BMW X1 grows for 2023, adds more power


BMW’s most petite crossover is getting a plus-size upgrade.

The redesigned X1 is roomier and features updated technology and a beefier powertrain.

The 2023 BMW X1 arrives at U.S. stores in the fourth quarter. Pricing starts at $39,595, including shipping.

Launched in 2009, the entry-level crossover opened the door to a new vehicle category in the premium segment. Last year, BMW sold 18,253 X1 models. It was last redesigned in 2016.

Previously among the smallest in the class, the larger X1 will be better positioned against the competition, which includes the Audi Q3, Mercedes-Benz GLA and Volvo XC40.

BMW’s focus has always been the pleasure of driving, and the X1 is the brand’s chance to lure young buyers into the family, said Sam Fiorani, vice president at AutoForecast Solutions.

“While most vehicles provide transportation, BMW wants buyers looking to be entertained by the vehicle,” Fiorani said. “Updating the drivetrain and suspension makes the X1 more entertaining than the previous generation and gives it a leg up on the competition.”

The 2.0-liter TwinPower Turbo four-cylinder engine is revised for 2023. It makes 241 hp, and the X1 can sprint from 0 to 60 mph in 6.2 seconds.

The engine is mated to a new seven-speed Dual Clutch Transmission, which BMW said features a widened gear ratio spread and greater efficiency. The transmission automatically shifts into park when the engine turns off, and sensors can detect when the vehicle is parked on a slope and automatically engage the parking brake.

The M Sport package features gearshift paddles behind the steering wheel that enable the Sport Boost function. BMW said that when the driver pulls the left-hand shift paddle for at least a second, the powertrain and chassis settings are primed for the quickest acceleration possible.

The X1 adopts a more rugged look, even though it’s unlikely to be driven off city streets.

Compared with its predecessor, the crossover is 1.7 inches longer, 0.9 inch wider and 1.7 inches higher. The wheelbase, meanwhile, is extended 0.9 inch.

BMW said track widths have increased 0.8 inch for improved handling and on-road agility.

The X1’s new front features BMW’s large, almost square kidney grille bookended by standard LED headlights with cornering lights.

Active air flap control systems for the kidney grille and lower intake adapters open and close depending on the need for cooling air.

At the rear, the narrow rear window and flared wheel arches emphasize the body’s width. Full LED taillights provide an updated interpretation of the L shape classically sported by BMW X models.

A long roofline flows into a spoiler extending far over the rear glass.

BMW said the new design helps the X1 achieve a “segment-leading” drag coefficient of 0.27.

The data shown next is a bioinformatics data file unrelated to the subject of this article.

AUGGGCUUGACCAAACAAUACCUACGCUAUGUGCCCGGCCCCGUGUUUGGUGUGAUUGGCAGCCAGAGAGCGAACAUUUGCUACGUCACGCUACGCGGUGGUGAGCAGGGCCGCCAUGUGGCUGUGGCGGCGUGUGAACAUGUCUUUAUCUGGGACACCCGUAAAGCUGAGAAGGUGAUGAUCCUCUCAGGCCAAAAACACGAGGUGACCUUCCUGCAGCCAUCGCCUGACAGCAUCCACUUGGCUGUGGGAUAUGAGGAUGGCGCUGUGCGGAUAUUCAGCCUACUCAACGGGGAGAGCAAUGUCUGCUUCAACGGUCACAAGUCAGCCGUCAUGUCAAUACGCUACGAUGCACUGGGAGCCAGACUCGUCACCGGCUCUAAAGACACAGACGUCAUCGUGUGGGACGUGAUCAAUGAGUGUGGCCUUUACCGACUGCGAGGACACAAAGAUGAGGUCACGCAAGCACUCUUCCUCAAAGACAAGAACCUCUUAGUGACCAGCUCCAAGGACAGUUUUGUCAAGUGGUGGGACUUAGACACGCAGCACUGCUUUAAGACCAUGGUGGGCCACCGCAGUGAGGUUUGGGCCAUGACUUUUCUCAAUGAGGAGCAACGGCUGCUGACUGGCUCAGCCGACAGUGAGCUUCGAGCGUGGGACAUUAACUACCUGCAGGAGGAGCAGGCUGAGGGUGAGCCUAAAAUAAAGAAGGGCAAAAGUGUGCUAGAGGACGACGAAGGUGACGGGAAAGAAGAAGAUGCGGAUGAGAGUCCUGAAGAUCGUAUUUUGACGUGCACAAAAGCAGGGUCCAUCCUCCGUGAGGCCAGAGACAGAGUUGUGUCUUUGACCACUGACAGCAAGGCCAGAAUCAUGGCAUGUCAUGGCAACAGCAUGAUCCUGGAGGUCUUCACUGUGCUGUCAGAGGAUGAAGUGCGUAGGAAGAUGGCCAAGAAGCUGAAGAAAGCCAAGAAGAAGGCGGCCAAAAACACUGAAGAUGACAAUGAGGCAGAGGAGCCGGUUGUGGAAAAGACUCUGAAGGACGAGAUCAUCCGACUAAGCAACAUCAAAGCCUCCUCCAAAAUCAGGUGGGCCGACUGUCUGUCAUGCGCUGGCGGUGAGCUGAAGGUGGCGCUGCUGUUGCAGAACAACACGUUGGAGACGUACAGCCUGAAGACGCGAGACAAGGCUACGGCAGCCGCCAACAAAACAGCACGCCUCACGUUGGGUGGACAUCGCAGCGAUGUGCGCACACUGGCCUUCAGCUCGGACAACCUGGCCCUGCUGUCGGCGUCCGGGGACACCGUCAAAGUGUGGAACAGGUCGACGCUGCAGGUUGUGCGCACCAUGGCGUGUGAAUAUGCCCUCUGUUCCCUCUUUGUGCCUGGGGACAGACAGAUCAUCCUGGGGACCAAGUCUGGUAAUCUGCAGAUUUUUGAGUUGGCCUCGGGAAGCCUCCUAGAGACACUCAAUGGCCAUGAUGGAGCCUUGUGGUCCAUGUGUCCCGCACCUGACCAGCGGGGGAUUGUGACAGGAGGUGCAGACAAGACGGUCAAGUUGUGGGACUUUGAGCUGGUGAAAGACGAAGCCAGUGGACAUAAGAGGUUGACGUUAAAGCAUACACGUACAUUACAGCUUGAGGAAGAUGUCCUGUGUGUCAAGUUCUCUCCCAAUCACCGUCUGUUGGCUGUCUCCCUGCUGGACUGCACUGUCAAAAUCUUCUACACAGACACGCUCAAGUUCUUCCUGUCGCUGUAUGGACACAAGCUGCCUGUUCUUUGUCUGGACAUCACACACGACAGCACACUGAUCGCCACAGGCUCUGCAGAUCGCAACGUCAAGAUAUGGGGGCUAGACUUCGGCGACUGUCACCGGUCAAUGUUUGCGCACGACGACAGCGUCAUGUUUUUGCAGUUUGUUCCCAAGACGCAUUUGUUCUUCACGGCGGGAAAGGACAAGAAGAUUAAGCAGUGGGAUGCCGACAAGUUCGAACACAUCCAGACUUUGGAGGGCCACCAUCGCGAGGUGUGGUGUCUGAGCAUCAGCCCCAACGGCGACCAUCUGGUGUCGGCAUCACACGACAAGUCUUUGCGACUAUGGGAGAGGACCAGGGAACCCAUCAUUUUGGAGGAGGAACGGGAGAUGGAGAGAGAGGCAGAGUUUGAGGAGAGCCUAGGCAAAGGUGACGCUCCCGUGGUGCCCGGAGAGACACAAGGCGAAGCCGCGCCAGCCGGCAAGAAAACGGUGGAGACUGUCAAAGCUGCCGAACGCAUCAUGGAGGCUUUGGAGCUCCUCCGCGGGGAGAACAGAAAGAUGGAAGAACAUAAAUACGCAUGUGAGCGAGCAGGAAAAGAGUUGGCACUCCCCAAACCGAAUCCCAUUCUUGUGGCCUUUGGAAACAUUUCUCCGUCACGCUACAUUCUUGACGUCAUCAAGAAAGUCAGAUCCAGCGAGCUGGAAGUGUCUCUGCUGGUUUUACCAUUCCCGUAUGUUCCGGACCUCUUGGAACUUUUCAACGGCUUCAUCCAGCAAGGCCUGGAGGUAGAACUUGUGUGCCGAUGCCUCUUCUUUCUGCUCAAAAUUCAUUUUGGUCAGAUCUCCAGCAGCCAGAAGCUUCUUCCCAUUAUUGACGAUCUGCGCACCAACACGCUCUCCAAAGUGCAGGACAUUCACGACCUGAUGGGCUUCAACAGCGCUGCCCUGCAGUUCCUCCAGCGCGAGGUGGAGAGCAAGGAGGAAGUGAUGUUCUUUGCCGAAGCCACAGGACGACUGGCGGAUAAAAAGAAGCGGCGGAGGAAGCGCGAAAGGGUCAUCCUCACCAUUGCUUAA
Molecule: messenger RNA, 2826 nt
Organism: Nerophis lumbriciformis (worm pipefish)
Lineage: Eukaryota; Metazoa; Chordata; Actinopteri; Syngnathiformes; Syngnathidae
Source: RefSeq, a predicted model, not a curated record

Airflow is guided by air curtains in the outer sections of the front apron, flush-fitting door handles, aerodynamic exterior mirrors, side air deflectors around the rear window, and a nearly flush underbody.

The BMW X1’s suspension and damping systems received an extensive upgrade to improve comfort.

The front axle is equipped with extra lift-related damping using an additional sleeve on the dampers, reducing body movement when driving over small bumps.

The adaptive M suspension, available as an option for the first time on the X1 xDrive28i, delivers agility and long-distance comfort thanks to mechanically controlled adjustable dampers. The damper system lowers ride height 0.6 inch.

The X1 bristles with the latest driving assistance and infotainment technology.

The cockpit is anchored by a curved display, pairing a 10.25-inch instrument cluster and a 10.7-inch central information display.

The display is powered by BMW’s iDrive 8 infotainment system with the automaker’s newest operating system. The BMW Operating System 8 processes twice the number of information signals and 20 times more data volume than before.

The optional Driving Assistant Professional, available for the first time on the X1, is a camera- and radar-based system that includes a suite of technologies including steering and lane-control assistance, active cruise control and hands-free driving at speeds up to 40 mph on highways.

The BMW Drive Recorder, part of the Parking Assistant Plus feature, uses the cameras of the driver-assistance systems to record video all around the vehicle. The saved video files can be viewed on the center control display when the car is stationary or exported via the USB port.

The Crash Recorder feature automatically records up to one minute of footage in case of an accident. For scenic drives and “spirited driving sessions,” the Joy Recorder feature captures 60 seconds of high-definition footage.

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